Sunday, 12 May 2013
As I was watching Terrence Malick's latest film To The Wonder the other night, it occurred to me that, love him or hate, Malick is among the handful of directors, past and present, that has completely infused himself in to every fibre of his films. It's not just that he has a particular style, but that's there not a single moment in this film, or his previous few films, that he's not present. He's there in every image, camera movement, line of dialogue and even performance. Wes Anderson is similar in that regard, and maybe even Stanley Kubrick but I can't think of many directors that have become so much part of their films. I think it's hard to review a Malick film, particularly now, since his films exist outside any typical narrative structure- so this will be more of a "thoughts on" piece rather than a "good or bad" summary. Overall, I liked the film and maybe even loved it. While it's not as monumental a work as his previous film, The Tree of Life, it's a lovely and often beautiful film, telling a simple but universal film about finding and losing love.
The film tells the story of Neil (Ben Affleck) and Marina (Olga Kurylenko) who meet in France and move to Oklahoma to start their life together. Complications in their relationship leads to Neil and reconnecting with his childhood sweetheart Jane (Rachel McAdams). A parallel storyline focuses on Father Quintana (Javier Bardem), a priest struggling with his faith.
Malick tells these stories, as to be expected, through impressionistic imagery and hushed voiceovers. But in this film I found that Malick was moving even further away from dialogue, crafting something focused very much on the physicality and movements of the actors- particularly with Kurylenko and McAdams. I don't think either of these women have ever looked more gorgeous. By just looking at them, watching them move, their beauty really shines through in a pure way.
Journalist and filmmaker Bilge Ebiri wrote a piece interpreting the film as a dance, a ballet. All one has to do is look at Kurylenko and her movements in the film and it becomes clear what Ebiri is talking about and what Malick is trying to achieve. Moreover, I feel that Malick isn't just trying to create a ballet but he's fascinated in taking actors we recognize and using them in a fashion where their usual stature as an actor is stripped down to something quite simple. Think of Sean Penn in The Tree of Life. In this film, Affleck is just a normal man, not the hero of Argo or complicate bank robber of The Town.
This is the shortest gap between movies for Malick, who's taken up to 20 years between films. While it's exciting to get a new Malick film so soon after The Tree of Life, that film was such a bold and visionary piece of work, a film which could possibly be deemed a landmark film, that To The Wonder seems somewhat anti-climatic in comparison. Even if there was a bigger gap between the films, I didn't sense the level of ambition in this film that was present in The Tree of Life. But one has to take the film as what it is. To The Wonder is not as towering an achievement as some of Malick's other films but it's still a film in which we find Malick striving for pure visual poetry, which I think he achieves.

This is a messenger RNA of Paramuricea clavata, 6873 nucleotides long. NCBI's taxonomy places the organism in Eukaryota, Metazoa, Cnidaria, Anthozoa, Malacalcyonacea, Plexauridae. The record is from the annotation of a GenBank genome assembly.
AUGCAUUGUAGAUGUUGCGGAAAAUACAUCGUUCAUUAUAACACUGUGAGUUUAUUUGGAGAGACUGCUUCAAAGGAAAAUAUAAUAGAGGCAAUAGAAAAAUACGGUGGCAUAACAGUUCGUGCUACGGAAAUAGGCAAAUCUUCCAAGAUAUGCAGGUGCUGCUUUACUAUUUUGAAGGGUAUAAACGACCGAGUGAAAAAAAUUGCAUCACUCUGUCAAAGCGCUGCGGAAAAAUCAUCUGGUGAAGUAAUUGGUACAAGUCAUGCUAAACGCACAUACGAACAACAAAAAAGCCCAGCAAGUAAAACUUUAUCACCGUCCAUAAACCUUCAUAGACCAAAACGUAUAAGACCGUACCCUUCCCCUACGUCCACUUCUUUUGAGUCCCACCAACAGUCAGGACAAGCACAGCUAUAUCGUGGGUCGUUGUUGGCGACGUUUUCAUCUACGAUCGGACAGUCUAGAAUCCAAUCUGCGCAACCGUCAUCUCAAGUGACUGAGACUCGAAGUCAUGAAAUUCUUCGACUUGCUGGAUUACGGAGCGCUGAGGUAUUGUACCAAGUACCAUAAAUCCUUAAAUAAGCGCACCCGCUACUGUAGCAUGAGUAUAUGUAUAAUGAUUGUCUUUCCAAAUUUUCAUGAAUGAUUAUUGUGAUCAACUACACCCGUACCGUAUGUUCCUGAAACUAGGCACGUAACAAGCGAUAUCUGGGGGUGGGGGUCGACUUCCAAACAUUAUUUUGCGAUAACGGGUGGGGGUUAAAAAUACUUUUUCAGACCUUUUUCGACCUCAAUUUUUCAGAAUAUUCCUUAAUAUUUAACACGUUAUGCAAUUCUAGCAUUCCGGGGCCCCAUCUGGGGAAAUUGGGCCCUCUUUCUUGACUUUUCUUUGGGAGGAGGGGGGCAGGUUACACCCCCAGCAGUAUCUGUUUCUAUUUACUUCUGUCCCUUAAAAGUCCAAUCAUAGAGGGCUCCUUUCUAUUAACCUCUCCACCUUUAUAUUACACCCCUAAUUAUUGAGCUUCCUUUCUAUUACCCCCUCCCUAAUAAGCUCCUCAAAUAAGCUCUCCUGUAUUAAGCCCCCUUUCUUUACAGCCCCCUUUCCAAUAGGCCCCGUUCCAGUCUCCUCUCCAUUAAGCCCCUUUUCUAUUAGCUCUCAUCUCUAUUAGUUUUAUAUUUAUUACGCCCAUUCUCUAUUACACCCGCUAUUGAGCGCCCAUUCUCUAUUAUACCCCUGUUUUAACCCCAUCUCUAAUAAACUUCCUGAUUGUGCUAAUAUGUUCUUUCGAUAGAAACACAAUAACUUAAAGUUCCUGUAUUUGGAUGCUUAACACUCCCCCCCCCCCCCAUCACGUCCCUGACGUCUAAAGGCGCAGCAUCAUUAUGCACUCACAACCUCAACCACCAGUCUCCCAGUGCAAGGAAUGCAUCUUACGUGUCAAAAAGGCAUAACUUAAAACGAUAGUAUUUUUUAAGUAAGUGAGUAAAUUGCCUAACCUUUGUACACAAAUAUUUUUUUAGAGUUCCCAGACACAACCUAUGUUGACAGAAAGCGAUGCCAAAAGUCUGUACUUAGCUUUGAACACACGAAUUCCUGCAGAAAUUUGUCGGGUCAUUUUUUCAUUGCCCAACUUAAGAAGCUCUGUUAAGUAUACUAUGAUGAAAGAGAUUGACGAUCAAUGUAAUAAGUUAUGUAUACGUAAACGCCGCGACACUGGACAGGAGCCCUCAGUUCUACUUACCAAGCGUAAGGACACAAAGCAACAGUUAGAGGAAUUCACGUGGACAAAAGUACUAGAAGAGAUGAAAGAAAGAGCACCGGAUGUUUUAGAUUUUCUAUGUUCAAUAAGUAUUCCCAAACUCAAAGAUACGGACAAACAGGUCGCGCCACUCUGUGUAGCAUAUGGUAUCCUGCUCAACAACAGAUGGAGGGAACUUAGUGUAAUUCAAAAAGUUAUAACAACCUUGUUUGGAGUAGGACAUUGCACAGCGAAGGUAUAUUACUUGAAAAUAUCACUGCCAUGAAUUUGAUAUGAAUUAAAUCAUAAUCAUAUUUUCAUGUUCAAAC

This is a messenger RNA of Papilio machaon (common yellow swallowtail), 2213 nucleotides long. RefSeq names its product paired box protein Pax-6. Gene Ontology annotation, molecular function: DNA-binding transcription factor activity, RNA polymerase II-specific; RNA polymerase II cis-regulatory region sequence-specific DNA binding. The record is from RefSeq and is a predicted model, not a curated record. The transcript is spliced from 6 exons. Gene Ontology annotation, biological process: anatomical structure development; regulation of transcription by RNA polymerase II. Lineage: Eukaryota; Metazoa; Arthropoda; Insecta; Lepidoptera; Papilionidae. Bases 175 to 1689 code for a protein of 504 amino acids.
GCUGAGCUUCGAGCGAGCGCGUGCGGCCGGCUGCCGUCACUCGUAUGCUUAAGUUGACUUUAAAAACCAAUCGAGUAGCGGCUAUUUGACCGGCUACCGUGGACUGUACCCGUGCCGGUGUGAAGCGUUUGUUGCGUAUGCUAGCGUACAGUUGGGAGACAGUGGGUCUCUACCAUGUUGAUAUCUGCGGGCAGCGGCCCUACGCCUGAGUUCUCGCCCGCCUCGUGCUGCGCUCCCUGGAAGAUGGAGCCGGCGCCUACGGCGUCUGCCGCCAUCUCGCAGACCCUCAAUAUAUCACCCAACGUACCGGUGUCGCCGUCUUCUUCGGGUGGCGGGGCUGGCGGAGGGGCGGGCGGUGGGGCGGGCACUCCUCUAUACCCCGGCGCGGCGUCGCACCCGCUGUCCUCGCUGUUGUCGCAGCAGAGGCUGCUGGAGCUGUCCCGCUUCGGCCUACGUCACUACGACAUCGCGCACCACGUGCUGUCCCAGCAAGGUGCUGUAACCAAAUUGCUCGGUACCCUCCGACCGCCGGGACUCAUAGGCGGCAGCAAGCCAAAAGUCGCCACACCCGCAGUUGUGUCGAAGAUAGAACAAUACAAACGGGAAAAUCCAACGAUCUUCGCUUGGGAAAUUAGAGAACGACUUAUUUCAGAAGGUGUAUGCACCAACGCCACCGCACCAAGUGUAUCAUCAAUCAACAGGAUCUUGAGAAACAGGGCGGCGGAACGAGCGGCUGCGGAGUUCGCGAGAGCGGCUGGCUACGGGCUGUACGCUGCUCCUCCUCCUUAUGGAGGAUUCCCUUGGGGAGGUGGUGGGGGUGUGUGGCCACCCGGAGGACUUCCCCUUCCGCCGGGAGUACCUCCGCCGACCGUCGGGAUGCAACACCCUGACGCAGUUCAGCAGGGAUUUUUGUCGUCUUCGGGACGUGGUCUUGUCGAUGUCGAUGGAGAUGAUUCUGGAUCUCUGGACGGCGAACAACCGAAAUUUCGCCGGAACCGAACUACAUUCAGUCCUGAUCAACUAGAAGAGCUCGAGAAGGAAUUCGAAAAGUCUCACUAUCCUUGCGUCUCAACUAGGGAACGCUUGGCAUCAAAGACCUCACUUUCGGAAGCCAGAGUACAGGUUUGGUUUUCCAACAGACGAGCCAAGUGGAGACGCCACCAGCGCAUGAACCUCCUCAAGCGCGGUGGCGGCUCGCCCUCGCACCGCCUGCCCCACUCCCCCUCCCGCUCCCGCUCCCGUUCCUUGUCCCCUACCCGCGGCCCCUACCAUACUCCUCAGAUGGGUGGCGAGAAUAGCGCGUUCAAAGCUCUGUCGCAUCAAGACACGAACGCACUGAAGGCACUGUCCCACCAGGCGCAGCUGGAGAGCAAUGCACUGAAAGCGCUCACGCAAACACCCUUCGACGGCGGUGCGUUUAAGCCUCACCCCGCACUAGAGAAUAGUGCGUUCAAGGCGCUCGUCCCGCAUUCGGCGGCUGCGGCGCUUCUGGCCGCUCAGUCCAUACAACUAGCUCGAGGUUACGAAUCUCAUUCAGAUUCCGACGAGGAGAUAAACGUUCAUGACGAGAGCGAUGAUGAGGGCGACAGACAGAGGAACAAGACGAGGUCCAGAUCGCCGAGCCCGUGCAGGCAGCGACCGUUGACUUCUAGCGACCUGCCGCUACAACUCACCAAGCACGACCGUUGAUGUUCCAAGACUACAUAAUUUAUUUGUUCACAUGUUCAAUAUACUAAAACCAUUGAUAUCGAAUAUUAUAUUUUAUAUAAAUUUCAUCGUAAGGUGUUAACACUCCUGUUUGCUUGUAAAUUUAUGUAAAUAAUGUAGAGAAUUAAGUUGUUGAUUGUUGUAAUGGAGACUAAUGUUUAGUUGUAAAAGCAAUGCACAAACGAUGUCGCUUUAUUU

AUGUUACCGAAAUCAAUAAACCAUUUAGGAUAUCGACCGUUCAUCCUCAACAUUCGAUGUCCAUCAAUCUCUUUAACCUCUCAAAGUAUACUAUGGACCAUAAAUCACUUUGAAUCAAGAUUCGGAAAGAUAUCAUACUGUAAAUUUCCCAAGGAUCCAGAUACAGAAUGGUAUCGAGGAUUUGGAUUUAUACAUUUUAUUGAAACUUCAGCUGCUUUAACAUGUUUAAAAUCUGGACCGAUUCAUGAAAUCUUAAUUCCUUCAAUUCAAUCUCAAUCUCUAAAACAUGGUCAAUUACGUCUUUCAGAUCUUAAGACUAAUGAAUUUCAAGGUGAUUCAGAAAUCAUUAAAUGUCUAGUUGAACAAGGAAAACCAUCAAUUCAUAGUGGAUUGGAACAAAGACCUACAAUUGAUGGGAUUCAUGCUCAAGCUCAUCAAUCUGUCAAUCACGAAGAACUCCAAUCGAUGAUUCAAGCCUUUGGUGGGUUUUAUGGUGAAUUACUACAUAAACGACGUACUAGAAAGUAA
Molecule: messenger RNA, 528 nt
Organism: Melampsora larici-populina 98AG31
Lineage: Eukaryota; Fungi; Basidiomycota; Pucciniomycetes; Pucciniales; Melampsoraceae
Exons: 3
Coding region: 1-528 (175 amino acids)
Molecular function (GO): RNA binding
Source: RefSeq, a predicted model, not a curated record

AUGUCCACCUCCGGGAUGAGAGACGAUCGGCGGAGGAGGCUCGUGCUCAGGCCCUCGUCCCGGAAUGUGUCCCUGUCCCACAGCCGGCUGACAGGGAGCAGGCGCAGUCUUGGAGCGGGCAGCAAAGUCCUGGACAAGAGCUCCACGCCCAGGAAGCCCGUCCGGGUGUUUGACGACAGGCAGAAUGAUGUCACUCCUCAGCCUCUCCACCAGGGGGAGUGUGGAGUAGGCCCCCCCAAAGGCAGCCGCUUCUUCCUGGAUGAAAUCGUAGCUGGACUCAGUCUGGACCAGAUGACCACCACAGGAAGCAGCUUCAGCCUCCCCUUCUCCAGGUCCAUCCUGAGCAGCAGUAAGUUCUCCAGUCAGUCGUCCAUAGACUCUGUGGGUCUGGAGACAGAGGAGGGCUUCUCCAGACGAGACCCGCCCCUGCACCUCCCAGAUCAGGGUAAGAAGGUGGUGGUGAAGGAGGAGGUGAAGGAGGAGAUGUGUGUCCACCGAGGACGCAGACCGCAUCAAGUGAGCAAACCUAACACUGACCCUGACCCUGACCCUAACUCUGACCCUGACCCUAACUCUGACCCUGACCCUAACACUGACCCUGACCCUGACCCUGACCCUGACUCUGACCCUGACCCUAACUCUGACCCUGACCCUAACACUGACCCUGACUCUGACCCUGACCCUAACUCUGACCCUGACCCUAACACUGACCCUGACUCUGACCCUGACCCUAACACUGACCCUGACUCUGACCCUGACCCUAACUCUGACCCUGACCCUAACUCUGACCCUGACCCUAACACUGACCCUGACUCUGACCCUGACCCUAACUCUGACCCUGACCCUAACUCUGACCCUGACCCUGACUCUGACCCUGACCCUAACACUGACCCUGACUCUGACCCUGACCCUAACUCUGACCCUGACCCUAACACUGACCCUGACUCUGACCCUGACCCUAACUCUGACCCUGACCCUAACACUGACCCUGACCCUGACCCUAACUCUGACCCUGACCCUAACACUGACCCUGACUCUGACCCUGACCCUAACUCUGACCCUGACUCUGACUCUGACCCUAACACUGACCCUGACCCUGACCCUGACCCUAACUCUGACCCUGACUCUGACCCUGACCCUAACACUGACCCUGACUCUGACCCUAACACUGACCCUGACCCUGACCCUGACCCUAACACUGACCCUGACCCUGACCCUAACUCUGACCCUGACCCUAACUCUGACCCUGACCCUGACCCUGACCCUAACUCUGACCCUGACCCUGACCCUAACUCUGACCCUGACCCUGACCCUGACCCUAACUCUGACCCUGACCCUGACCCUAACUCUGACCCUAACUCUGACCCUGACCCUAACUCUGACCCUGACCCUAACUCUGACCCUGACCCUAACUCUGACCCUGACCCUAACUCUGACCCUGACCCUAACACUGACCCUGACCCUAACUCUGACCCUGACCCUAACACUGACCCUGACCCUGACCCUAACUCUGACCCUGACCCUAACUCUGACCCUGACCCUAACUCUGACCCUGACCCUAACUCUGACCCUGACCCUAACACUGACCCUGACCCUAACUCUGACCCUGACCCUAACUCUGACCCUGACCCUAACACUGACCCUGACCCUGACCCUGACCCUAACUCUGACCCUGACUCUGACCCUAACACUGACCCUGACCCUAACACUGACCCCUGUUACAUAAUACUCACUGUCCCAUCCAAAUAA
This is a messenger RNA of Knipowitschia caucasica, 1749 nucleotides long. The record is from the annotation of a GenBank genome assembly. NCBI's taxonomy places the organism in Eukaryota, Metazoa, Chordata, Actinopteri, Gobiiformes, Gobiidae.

Malick has always had a fascination with exploring America's past- the late 1950s that gave birth to one of America's first serial killers, Charles Starkweather, in Badlands, the turn-of-the-century labor in Days of Heaven, the physical an existential conflict soldiers face during WWII in The Thin Red Line, and the founding of the Jamestown, Virginia settlement in 1607 in The New World. He returned to the 1950s in The Tree of Life- an course in that film Malick went beyond just exploring America's past- he literally dramatized the creation of the universe itself. To The Wonder is Malick's first film set entirely in the present day. I may have to see the film again but I didn't feel Malick was too preoccupied with modern day America- the story could've taken place in nearly any time. But then again, Malick's eye always seems to exist outside of time, showing us not the way things actually were in a given time period- but how they exist in the memory or dreams.
I'm still not sure how the Quintana storyline relates to the love triangle. His struggle with his faith reminds us of The Tree of Life, and also Ingmar Bergman, but it didn't feel directly tied to what has happening between Neil, Marina an Jane. 34444444444I've heard that Quintana's story is also a love story- one between him an God. I assume the relationship between Quintana an God is a spiritual relationship that's falling apart much like the physical relationships between Neil and the two women. I'll have to keep this in mind the next time I see the film.
The way Malick moved the camera in certain scenes reminded me of The Tree of Life- as well as the houses, which brought to mind the O'Brien home. Also, every thing seems bigger through Malick's camera- faces, places, it's a recognizable world but one that seems larger than life.
Those are my initial thoughts on the film. I wasn't as overwhelmed as I was the first time I saw The Tree of Life, but the film, like all of Malick's works, it'll require at least another viewing to completely take every thing in. It'll be interesting to see what To The Wonder's critical standing will be as time goes on, particularly in relation to how it's ranked amongst Malick's other films. The initial reviews have been mixed and maybe the reaction towards the film will always be divided. But for Malick enthusiasts, it's worth seeing and becoming part of Malick's singular world.